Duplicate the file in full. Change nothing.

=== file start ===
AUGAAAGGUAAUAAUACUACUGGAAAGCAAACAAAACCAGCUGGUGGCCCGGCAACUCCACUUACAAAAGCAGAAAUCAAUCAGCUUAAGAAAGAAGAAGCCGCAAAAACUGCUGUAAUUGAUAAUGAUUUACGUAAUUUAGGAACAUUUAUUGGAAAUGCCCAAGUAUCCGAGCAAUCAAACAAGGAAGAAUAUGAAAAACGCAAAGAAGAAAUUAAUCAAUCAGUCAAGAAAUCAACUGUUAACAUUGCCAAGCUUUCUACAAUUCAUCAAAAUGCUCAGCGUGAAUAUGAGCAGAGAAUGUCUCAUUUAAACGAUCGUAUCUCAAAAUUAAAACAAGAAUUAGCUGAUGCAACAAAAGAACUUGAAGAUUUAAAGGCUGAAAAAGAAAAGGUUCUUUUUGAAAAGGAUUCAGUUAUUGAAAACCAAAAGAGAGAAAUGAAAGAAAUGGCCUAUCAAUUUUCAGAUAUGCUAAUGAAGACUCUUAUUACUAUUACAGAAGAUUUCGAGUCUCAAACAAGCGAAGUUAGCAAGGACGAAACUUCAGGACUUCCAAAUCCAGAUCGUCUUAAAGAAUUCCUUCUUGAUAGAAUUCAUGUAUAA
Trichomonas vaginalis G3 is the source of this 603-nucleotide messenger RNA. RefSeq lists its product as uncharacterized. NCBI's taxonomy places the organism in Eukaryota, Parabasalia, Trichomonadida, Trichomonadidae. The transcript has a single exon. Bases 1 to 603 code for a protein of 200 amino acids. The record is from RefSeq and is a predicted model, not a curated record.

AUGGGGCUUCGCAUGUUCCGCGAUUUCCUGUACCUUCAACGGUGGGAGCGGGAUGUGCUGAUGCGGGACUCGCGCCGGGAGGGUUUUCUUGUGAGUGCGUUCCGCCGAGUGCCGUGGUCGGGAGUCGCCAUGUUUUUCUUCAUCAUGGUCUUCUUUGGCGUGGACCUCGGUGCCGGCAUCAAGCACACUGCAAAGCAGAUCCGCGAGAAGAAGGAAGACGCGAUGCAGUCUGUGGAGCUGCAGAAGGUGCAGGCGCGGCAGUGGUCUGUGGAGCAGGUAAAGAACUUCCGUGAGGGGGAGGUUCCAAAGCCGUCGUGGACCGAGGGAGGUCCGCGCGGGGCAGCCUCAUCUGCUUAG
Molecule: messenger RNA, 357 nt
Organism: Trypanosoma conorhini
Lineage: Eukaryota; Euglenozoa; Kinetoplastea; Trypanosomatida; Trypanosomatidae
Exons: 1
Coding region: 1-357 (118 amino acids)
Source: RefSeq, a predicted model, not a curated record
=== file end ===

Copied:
AUGAAAGGUAAUAAUACUACUGGAAAGCAAACAAAACCAGCUGGUGGCCCGGCAACUCCACUUACAAAAGCAGAAAUCAAUCAGCUUAAGAAAGAAGAAGCCGCAAAAACUGCUGUAAUUGAUAAUGAUUUACGUAAUUUAGGAACAUUUAUUGGAAAUGCCCAAGUAUCCGAGCAAUCAAACAAGGAAGAAUAUGAAAAACGCAAAGAAGAAAUUAAUCAAUCAGUCAAGAAAUCAACUGUUAACAUUGCCAAGCUUUCUACAAUUCAUCAAAAUGCUCAGCGUGAAUAUGAGCAGAGAAUGUCUCAUUUAAACGAUCGUAUCUCAAAAUUAAAACAAGAAUUAGCUGAUGCAACAAAAGAACUUGAAGAUUUAAAGGCUGAAAAAGAAAAGGUUCUUUUUGAAAAGGAUUCAGUUAUUGAAAACCAAAAGAGAGAAAUGAAAGAAAUGGCCUAUCAAUUUUCAGAUAUGCUAAUGAAGACUCUUAUUACUAUUACAGAAGAUUUCGAGUCUCAAACAAGCGAAGUUAGCAAGGACGAAACUUCAGGACUUCCAAAUCCAGAUCGUCUUAAAGAAUUCCUUCUUGAUAGAAUUCAUGUAUAA
Trichomonas vaginalis G3 is the source of this 603-nucleotide messenger RNA. RefSeq lists its product as uncharacterized. NCBI's taxonomy places the organism in Eukaryota, Parabasalia, Trichomonadida, Trichomonadidae. The transcript has a single exon. Bases 1 to 603 code for a protein of 200 amino acids. The record is from RefSeq and is a predicted model, not a curated record.

AUGGGGCUUCGCAUGUUCCGCGAUUUCCUGUACCUUCAACGGUGGGAGCGGGAUGUGCUGAUGCGGGACUCGCGCCGGGAGGGUUUUCUUGUGAGUGCGUUCCGCCGAGUGCCGUGGUCGGGAGUCGCCAUGUUUUUCUUCAUCAUGGUCUUCUUUGGCGUGGACCUCGGUGCCGGCAUCAAGCACACUGCAAAGCAGAUCCGCGAGAAGAAGGAAGACGCGAUGCAGUCUGUGGAGCUGCAGAAGGUGCAGGCGCGGCAGUGGUCUGUGGAGCAGGUAAAGAACUUCCGUGAGGGGGAGGUUCCAAAGCCGUCGUGGACCGAGGGAGGUCCGCGCGGGGCAGCCUCAUCUGCUUAG
Molecule: messenger RNA, 357 nt
Organism: Trypanosoma conorhini
Lineage: Eukaryota; Euglenozoa; Kinetoplastea; Trypanosomatida; Trypanosomatidae
Exons: 1
Coding region: 1-357 (118 amino acids)
Source: RefSeq, a predicted model, not a curated record